One of the main reasons people shy away from hand therapy is splinting. You might think you’re not artistic enough or able to craft a good looking splint, but like anything, you become skilled with practice.
Splinting without patterns is achieved with practice, visualization, and understanding the purpose of the splint.
If you want to learn how to splint without patterns definitely check out my book where I walk you through the most common hand splints.
Why you should splint without patterns
Splinting without patterns is all about making you more efficient and faster. When you use a pattern, you waste valuable time cutting out a pattern, drawing a pattern, and matching it to the size of your patient’s hand.
When you don’t have a pattern, you focus on the purpose rather than the aesthetics, but with time the aesthetics improve.
I’m not an artist, but I can splint, and it only took a few days to become proficient.
When you splint with patterns you don’t visualize the final product. Instead, you rely on a pattern and splint accordingly. This takes time and results in error, because every hand size is different.
Splinting without patterns is about visualization. Instead of focusing on how to copy the pattern, you visualize the end product, and what it will prevent.
Try to visualize the splint and also the function of the splint. When you start thinking this way, you no longer need to rely on patterns.
In my ebook, I provide you with one basic pattern for all your splints that’s easy to memorize.
Visualization is great, but it’s not enough. You need practice to become proficient and master this skill.
Start by practicing with cardboard, cloth, or get a small piece of splint material. After you’ve mastered splinting with cardboard, buy splint material and practice the 3 most common splints (wrist cockup, tip protector, and thumb spica).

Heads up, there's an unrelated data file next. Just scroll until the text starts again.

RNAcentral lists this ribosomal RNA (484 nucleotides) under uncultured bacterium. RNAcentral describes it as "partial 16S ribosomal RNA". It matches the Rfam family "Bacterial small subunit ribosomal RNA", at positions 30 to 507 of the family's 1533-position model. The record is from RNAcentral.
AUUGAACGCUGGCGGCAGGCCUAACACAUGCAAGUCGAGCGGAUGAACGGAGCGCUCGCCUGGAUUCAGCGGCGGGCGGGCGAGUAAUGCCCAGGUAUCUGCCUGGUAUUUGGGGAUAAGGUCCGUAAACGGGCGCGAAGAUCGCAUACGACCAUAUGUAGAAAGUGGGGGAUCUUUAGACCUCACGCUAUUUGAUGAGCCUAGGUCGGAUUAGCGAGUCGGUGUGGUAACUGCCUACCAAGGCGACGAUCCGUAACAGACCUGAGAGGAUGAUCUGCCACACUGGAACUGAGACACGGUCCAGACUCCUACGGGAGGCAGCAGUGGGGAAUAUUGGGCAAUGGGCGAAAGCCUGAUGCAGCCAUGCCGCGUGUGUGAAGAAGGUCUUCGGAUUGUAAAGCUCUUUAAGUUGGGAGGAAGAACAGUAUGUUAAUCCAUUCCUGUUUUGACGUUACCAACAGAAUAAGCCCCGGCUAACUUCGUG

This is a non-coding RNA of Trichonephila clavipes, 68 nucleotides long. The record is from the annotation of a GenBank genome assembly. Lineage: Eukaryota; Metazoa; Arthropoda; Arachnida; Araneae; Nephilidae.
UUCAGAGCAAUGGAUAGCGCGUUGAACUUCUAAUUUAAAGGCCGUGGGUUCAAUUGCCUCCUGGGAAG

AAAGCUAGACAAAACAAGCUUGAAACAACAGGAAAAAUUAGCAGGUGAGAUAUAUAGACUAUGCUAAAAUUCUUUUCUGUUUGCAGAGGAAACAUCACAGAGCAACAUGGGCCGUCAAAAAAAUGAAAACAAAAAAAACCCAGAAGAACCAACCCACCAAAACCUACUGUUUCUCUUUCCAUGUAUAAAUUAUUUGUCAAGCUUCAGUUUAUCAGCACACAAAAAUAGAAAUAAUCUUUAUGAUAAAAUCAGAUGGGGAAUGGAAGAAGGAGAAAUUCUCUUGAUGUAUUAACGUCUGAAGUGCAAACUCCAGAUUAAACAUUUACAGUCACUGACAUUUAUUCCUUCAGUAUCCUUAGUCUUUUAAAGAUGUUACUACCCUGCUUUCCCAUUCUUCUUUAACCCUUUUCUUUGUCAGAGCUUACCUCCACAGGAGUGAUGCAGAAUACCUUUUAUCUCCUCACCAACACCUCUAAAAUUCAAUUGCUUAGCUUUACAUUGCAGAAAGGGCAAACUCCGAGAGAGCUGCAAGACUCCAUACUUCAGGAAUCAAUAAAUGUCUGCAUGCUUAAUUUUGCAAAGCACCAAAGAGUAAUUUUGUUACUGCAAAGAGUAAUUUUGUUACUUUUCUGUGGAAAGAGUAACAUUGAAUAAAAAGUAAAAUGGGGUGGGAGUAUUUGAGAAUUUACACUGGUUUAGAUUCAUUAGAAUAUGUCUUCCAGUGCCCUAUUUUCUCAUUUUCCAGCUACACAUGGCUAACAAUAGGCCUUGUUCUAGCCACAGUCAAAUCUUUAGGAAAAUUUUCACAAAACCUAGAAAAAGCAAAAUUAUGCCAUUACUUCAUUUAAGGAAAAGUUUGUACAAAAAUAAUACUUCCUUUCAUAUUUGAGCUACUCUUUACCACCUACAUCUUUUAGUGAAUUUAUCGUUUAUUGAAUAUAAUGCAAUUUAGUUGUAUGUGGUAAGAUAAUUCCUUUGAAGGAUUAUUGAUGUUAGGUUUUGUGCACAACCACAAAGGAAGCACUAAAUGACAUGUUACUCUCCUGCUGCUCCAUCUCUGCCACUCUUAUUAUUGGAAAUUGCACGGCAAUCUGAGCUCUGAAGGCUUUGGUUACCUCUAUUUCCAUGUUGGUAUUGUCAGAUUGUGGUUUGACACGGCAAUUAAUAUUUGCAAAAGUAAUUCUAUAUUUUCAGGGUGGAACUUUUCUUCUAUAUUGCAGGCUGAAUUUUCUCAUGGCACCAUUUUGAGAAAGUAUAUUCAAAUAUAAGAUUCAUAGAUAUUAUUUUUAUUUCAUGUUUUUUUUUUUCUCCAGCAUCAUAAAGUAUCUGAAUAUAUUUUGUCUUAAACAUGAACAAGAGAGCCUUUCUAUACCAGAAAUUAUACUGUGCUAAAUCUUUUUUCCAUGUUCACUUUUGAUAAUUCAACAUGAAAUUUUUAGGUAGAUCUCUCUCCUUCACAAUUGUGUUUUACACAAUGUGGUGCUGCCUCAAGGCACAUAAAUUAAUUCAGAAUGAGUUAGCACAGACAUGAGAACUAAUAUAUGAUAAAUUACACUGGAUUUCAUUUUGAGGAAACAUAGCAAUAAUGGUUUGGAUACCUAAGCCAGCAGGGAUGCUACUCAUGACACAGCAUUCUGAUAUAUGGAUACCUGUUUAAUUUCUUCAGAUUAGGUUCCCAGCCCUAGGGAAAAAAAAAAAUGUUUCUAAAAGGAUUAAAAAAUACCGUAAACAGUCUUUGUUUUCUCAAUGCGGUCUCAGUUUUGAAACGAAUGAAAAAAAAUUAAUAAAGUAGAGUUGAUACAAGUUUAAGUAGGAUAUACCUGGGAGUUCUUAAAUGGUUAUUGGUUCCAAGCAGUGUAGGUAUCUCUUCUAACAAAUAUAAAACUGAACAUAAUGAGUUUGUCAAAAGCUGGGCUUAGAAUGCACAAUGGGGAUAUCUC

The more you practice, the more fast and confident you’ll become.
Splinting isn’t like learning the piano that takes months or years to master. You should be able to master the 10 basic splints in a few hours. I would recommend practicing 3 hours a day for 3-4 days.
You’ll also get better at splinting by watching other people splint. Every hand therapist has a different technique that works for them, and the more you learn from others, the more you’ll know what works for you.
Understand the purpose of the splint
When you focus on the purpose of a splint, you’ll have a better understanding of where to cut, shape, and modify the splint. Sometimes experience helps with this. For example, I didn’t become better at splinting until I failed a few times.
Sometimes I’d make a splint for a patient, and 1-2 days later they would complain of discomfort. That’s why it’s always best to ask about splint comfort every time you see your patient.
After time, I was able to remediate these problems by making a simple splint modification or adjust a strap.
Creases are important in splinting because they help you know where to splint to incorporate function. If you love patterns, think of the hand creases as the pattern you need for splinting.
Creases also help you know where to cut to allow free movement. For example, if you cut out an area around the thenar eminence, the thumb will be able to flex and oppose.
Learn more about creases for hand therapy here.
Splinting without patterns is all about understanding one simple pattern for all patterns. My new book is all about how to use this general idea for any type of splint.
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David is the lead editor of OT Focus. He has been practicing as an Occupational Therapist since 2013. He specializes in acute care, hand therapy, and ergonomics.